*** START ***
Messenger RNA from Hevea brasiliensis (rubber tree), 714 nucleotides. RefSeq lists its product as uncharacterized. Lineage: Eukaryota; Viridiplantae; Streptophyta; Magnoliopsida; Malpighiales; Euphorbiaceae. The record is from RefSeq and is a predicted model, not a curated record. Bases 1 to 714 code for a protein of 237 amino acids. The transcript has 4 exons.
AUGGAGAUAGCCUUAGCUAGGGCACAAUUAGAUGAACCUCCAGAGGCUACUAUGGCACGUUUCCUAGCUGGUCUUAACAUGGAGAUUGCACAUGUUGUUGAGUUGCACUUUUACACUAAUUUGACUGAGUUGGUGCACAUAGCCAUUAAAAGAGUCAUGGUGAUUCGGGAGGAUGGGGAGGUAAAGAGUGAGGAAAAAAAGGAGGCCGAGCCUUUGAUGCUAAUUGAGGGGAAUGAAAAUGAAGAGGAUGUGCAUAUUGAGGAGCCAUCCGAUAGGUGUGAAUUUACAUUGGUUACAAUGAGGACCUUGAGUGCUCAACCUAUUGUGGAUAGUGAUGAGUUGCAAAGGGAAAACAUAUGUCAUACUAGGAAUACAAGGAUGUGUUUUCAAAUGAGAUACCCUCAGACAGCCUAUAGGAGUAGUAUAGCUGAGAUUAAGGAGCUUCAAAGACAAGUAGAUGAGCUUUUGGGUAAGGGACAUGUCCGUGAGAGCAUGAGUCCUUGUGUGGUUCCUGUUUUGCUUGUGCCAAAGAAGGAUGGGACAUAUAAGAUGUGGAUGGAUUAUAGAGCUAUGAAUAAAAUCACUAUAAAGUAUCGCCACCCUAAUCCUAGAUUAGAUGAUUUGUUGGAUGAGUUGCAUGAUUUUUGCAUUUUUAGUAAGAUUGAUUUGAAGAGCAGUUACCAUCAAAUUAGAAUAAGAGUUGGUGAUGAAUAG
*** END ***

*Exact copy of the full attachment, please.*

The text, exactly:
Messenger RNA from Hevea brasiliensis (rubber tree), 714 nucleotides. RefSeq lists its product as uncharacterized. Lineage: Eukaryota; Viridiplantae; Streptophyta; Magnoliopsida; Malpighiales; Euphorbiaceae. The record is from RefSeq and is a predicted model, not a curated record. Bases 1 to 714 code for a protein of 237 amino acids. The transcript has 4 exons.
AUGGAGAUAGCCUUAGCUAGGGCACAAUUAGAUGAACCUCCAGAGGCUACUAUGGCACGUUUCCUAGCUGGUCUUAACAUGGAGAUUGCACAUGUUGUUGAGUUGCACUUUUACACUAAUUUGACUGAGUUGGUGCACAUAGCCAUUAAAAGAGUCAUGGUGAUUCGGGAGGAUGGGGAGGUAAAGAGUGAGGAAAAAAAGGAGGCCGAGCCUUUGAUGCUAAUUGAGGGGAAUGAAAAUGAAGAGGAUGUGCAUAUUGAGGAGCCAUCCGAUAGGUGUGAAUUUACAUUGGUUACAAUGAGGACCUUGAGUGCUCAACCUAUUGUGGAUAGUGAUGAGUUGCAAAGGGAAAACAUAUGUCAUACUAGGAAUACAAGGAUGUGUUUUCAAAUGAGAUACCCUCAGACAGCCUAUAGGAGUAGUAUAGCUGAGAUUAAGGAGCUUCAAAGACAAGUAGAUGAGCUUUUGGGUAAGGGACAUGUCCGUGAGAGCAUGAGUCCUUGUGUGGUUCCUGUUUUGCUUGUGCCAAAGAAGGAUGGGACAUAUAAGAUGUGGAUGGAUUAUAGAGCUAUGAAUAAAAUCACUAUAAAGUAUCGCCACCCUAAUCCUAGAUUAGAUGAUUUGUUGGAUGAGUUGCAUGAUUUUUGCAUUUUUAGUAAGAUUGAUUUGAAGAGCAGUUACCAUCAAAUUAGAAUAAGAGUUGGUGAUGAAUAG